High Anxiety

So, about two weeks ago I went on Zoloft. I never really got the “baby blues” as such, but a little after Mr. Squab went back to work, I noticed that I was starting to worry excessively about little things. I wasn’t sleeping well at all from being so tensed up, and I kept imagining awful (and highly unlikely) “what if” scenarios, like “what if I trip and fall down the stairs while I’m carrying the baby?” or “what if Mr. Squab gets into a car accident and dies?” or “what if the baby’s swaddling comes loose and she suffocates?” etc., etc. I couldn’t stop thinking about stuff like that.

Anxiety and depression run in my family, and I’ve certainly always been a “worrier.” Some of that is just standard oldest-child stuff: feeling responsible for the younger siblings, wanting to maintain order and carry on family traditions, wanting to “fix” things. But as I’ve gotten older I’ve noticed my worrying getting more intense, and sometimes veering into an unhealthy place. And of course extreme fatigue and the stress of a new baby don’t exactly do anything to alleviate nerves. When I was growing up, there was much less awareness of clinical depression and anxiety: my parents, who now take meds for those maladies, didn’t start them until well after I was out of the house. The drugs made a real difference for them, just in terms of keeping on an even keel, and I wonder sometimes how my childhood would have been different if drugs like Prozac and Celexa and Zoloft had been available back in the ’70s. Don’t get me wrong – it’s not like I had a bad upbringing or anything. Quite the contrary. But I think my good childhood was despite my parents’ struggles with depression and anxiety, a testament both to their abilities to overcome those things and to my ability to be blissfully unaware of them.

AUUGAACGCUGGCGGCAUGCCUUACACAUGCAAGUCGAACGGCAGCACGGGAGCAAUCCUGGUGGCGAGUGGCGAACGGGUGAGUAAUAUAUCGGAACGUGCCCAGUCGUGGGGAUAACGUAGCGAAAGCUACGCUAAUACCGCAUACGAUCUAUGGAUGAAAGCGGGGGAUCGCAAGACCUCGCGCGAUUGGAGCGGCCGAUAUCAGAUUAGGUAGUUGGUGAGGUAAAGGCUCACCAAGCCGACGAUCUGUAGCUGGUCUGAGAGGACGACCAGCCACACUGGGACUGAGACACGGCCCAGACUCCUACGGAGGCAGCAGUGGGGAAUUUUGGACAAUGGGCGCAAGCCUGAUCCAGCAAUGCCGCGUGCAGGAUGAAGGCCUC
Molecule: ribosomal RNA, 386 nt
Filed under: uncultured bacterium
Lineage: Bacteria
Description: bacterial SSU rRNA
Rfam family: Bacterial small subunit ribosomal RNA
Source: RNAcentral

At any rate, I noticed that it was getting kind of bad, so I talked to Mr. Squab about it and he’d noticed it, too. I think anxiety can be worse than depression in some ways for the people living with the afflicted person. Anxiety can put so many demands on the entire family, making everyone overly cautious so as not to cause an outbreak. I don’t want Mr. Squab or the Hatchling to have to walk on eggshells just because I’m unreasonably nervous. There’s a teensy, irrational part of me that feels weak about this, a tiny little puritanical devil on my shoulder whispering “suck it up and just get over it already!” in my ear. But really, I know better than that: the weaker choice would be not to do anything about it. So Zoloft it is, for as long as I need it. And thank goodness, once again, that we’re among the insured, ’cause baby, those are some expensive pills.

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